[0042] The network or networks of the client device 102A, router 106, and/or IPTV server 108 A can be wired or wireless networks or any combination of wired and/or wireless networks.

Moreover, additional devices such as routers, servers, or other network devices may be included as part of the network(s) to achieve the transmission of data between the IPTV server 108 A and the subscriber's client device 102A.

[0043] In some embodiments, the client devices 102A-102C may be connected to the IPTV server 108 A through a network device implementing the router 106. In some embodiments, the network device is a Broadband Remote Access Server (BRAS) or a Broadband Network

Gateway (BNG) or other type of provider edge (PE) router device. The router 106 can be capable of managing multicast group membership information for subscribers. For example, the router 106 can accept requests from subscribers 104A-104C to join and leave multicast groups.

[0044] In some embodiments, the router 106 implements the Internet Group Management Protocol (IGMP) for managing multicast group membership in an Internet Protocol Version 4 (IPv4) network. In some embodiments, the router 106 implements Multicast Listener Discovery (MLD) for managing multicast group membership in an Internet Protocol Version 6 (IPv6) network. The router 106 may also implement a multicast routing protocol for establishing multicast distribution trees and forwarding multicast data to recipients. In some embodiments, the router 106 implements Protocol Independent Multicast (PIM) as the multicast routing protocol.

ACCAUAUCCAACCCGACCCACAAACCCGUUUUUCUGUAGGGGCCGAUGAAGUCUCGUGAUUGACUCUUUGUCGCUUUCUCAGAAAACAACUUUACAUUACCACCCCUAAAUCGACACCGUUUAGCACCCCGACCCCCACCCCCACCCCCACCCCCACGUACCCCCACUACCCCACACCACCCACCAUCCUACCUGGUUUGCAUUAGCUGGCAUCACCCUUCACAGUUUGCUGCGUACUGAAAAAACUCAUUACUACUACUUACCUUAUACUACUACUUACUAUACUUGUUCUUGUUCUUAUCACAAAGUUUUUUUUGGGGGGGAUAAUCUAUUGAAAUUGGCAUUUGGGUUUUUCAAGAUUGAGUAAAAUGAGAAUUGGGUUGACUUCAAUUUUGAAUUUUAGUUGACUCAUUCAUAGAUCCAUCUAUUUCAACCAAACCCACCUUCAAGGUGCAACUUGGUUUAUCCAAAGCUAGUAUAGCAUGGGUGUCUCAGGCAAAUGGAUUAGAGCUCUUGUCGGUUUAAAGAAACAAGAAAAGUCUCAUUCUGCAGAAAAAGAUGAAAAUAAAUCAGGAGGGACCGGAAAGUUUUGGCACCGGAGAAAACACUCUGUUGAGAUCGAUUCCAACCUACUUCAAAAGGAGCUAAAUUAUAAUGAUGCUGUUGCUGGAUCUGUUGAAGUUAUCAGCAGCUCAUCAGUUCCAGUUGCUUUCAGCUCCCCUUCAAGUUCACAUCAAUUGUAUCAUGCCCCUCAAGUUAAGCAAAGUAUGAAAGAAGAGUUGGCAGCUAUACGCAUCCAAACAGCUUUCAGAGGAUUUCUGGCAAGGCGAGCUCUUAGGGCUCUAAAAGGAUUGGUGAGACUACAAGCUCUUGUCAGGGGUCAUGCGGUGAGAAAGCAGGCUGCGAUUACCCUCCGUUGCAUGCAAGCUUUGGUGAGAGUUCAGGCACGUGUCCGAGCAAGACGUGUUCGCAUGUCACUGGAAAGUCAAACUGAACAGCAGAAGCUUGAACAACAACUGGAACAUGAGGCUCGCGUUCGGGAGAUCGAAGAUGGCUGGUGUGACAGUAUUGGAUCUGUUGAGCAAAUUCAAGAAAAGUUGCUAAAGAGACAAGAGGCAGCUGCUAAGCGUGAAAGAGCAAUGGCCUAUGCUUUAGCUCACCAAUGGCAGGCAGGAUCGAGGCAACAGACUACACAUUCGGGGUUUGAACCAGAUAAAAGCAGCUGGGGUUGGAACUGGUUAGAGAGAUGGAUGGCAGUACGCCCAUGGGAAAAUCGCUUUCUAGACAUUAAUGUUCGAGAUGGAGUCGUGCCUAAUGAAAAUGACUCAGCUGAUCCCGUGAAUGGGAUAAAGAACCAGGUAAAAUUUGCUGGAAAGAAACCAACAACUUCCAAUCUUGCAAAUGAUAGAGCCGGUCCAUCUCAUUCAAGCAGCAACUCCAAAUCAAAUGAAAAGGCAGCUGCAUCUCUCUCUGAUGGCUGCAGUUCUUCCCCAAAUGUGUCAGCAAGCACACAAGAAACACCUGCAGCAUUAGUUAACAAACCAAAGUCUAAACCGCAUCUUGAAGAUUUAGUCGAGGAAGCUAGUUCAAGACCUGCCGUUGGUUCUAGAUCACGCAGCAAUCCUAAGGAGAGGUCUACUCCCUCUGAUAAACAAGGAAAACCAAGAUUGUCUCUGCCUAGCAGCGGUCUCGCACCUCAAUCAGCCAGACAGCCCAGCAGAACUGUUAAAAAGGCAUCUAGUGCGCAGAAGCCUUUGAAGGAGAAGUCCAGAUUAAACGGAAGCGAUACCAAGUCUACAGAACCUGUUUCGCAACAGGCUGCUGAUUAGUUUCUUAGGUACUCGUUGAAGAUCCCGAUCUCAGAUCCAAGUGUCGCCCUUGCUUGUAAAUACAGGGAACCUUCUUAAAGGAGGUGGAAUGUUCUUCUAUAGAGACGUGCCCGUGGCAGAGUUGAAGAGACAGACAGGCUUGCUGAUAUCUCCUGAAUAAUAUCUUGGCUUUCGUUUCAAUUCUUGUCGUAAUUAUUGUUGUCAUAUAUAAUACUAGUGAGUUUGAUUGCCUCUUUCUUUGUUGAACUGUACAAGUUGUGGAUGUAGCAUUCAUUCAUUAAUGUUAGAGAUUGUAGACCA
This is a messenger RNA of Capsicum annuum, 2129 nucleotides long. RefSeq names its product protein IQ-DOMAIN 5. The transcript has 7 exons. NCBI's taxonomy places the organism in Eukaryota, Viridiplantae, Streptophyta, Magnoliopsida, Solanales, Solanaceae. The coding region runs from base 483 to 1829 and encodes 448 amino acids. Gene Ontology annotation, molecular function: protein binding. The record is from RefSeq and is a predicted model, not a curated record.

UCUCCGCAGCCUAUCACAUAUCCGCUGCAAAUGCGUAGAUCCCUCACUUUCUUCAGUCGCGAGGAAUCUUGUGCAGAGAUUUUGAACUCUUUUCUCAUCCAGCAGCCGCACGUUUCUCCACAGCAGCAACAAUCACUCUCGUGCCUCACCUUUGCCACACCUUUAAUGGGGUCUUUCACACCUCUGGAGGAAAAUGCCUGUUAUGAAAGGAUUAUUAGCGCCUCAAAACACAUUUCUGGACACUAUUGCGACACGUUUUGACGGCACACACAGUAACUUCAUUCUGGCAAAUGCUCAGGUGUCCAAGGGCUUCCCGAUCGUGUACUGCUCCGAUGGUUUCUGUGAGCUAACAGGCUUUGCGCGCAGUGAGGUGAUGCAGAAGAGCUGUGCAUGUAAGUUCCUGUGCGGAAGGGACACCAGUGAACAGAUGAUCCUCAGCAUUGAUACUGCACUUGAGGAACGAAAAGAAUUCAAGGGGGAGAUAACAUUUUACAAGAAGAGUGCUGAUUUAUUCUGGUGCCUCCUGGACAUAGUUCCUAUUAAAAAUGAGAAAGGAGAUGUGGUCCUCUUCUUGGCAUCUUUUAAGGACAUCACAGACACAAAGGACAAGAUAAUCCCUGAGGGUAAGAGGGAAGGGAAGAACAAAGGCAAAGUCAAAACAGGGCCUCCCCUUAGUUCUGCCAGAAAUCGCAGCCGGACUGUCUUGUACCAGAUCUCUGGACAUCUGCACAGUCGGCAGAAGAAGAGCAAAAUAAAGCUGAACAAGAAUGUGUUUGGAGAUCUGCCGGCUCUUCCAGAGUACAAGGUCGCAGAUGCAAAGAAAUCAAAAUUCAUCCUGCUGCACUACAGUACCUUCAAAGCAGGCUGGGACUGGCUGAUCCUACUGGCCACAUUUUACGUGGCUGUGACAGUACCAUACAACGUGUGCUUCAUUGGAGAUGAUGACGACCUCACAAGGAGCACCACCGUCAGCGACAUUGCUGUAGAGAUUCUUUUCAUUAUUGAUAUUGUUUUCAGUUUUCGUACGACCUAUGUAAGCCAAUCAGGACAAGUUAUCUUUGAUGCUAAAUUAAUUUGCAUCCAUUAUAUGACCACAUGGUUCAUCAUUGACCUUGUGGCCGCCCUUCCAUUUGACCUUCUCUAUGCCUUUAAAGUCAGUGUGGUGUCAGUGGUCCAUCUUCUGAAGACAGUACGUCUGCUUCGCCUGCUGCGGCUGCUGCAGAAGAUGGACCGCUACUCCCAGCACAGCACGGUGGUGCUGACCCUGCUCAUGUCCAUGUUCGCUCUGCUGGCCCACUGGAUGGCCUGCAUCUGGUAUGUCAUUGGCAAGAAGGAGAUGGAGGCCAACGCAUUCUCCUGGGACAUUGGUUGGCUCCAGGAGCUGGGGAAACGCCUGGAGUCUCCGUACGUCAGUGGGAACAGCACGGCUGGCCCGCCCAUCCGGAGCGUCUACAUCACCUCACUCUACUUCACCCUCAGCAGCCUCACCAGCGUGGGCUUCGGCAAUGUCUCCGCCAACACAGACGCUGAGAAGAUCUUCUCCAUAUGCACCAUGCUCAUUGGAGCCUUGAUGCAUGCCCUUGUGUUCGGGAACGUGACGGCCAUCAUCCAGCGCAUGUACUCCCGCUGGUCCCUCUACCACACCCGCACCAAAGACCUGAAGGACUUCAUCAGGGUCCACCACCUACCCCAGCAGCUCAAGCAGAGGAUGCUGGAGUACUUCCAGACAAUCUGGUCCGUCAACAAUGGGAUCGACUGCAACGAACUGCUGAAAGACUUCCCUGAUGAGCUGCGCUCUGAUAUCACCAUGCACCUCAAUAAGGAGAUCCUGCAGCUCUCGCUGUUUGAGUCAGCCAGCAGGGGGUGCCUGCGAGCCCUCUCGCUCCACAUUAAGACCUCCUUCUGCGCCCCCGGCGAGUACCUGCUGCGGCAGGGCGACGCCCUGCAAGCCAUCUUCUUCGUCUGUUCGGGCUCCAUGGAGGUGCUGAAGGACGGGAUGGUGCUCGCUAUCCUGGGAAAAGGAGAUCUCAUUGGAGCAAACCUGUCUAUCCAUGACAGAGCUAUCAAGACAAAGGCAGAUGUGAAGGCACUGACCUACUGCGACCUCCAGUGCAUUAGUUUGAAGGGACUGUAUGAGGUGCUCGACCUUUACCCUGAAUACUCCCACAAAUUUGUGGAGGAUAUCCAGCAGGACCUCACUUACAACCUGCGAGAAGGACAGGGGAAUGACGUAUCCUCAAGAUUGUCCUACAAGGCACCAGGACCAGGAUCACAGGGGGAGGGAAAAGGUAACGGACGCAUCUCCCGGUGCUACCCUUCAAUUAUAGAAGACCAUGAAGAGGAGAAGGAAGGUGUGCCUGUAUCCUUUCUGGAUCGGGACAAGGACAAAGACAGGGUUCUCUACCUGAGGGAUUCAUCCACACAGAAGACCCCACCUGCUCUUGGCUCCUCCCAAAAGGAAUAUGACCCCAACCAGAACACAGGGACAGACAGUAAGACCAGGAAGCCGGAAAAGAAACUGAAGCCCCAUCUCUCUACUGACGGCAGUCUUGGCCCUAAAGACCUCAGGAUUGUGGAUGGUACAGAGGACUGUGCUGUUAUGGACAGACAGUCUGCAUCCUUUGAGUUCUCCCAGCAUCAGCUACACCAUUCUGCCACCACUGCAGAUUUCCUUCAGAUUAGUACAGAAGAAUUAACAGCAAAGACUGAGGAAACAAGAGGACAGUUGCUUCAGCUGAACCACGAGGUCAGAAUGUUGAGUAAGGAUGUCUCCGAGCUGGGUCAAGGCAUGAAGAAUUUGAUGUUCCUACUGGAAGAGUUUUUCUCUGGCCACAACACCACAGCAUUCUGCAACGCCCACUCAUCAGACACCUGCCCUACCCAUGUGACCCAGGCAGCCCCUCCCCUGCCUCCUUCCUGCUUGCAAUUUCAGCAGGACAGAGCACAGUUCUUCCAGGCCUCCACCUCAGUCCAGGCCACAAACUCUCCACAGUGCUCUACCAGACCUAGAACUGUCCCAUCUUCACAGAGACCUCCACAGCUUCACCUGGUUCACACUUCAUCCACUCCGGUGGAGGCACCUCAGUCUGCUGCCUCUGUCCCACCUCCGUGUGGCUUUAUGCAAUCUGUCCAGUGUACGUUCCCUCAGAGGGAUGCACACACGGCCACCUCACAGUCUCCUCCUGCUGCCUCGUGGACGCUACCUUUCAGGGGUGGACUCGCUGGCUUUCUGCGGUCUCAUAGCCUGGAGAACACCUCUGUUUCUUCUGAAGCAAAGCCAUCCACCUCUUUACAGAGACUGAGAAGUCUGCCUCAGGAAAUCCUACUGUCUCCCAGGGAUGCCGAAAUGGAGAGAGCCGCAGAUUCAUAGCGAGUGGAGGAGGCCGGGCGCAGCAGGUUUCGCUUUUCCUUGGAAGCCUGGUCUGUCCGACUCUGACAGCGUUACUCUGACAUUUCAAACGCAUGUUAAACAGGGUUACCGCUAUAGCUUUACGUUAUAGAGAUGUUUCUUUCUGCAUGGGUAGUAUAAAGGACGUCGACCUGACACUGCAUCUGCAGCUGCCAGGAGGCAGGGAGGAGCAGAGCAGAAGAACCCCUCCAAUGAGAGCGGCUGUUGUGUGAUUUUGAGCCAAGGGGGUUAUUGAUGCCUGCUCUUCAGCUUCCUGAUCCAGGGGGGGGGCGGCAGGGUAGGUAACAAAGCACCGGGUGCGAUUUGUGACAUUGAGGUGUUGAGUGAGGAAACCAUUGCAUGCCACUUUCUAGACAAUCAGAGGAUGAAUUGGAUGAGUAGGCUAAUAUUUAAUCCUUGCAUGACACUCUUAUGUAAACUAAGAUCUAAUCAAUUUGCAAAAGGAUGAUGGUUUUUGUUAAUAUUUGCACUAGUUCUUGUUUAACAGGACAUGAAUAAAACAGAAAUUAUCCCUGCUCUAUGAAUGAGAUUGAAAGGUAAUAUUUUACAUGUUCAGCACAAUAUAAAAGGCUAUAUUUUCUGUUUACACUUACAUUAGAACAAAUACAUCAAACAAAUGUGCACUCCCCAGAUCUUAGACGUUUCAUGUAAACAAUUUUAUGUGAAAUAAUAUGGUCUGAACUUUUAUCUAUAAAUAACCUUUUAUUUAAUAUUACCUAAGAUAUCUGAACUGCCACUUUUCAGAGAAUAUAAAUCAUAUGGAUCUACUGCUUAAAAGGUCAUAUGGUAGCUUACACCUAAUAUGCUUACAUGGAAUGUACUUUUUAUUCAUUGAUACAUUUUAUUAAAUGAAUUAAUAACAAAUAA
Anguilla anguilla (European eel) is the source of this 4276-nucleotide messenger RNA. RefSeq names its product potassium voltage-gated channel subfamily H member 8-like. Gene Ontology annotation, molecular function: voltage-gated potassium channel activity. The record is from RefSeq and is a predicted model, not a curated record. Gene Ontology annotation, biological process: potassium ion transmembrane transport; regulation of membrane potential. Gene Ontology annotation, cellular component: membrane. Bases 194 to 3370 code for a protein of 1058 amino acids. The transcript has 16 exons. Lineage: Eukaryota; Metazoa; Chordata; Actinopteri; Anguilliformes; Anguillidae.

[0045] In some embodiments, a subscriber's home can include a residential gateway (not illustrated) that connects the client device 102 A and other computing devices within the subscriber home to the router 106. The client device 102A and other computing devices may connect to the residential gateway through a wired or wireless connection. In some

embodiments, a Digital Subscriber Line Access Multiplexer (DSLAM) (not shown) aggregates traffic from multiple subscriber homes and forwards the traffic to the router 106. In some embodiments, the functionality of the DSLAM and the router 106 are implemented by separate network devices, while in other embodiments, the functionality of the DSLAM and the router 106 are implemented by a single network device.

[0046] The IPTV server 108 A is adapted to transmit IPTV multicast streams for one or more IPTV channels over the network. For example, Figure 1 depicts an IPTV channel 116 that is streamed in ultra-high definition (UHD) quality (e.g., a comparatively high bit rate stream). Each IPTV multicast stream can be forwarded from the IPTV server 108 A to respective multicast group members according to routing paths established by a multicast routing protocol (e.g., PIM). The IPTV multicast streams transmitted by the IPTV server 108 A can include video, graphics, audio, and/or other types of multimedia content.

[0047] In this system 100, each of the client devices 102A-102C, to play an IPTV

channel 116, is configured to transmit an IGMP version 3 (IGMPv3) Join message

(or "report") 112A-112C (at circles ' 1 A', '2A', and '3 A') with a particular source (S) identifier and a group (G) identifier. As illustrated, each message 112A-112C includes a same (S, G) pair where the source identifier for the IPTV channel is "10.10.10.1" and the group identifier is "255.1.1.1".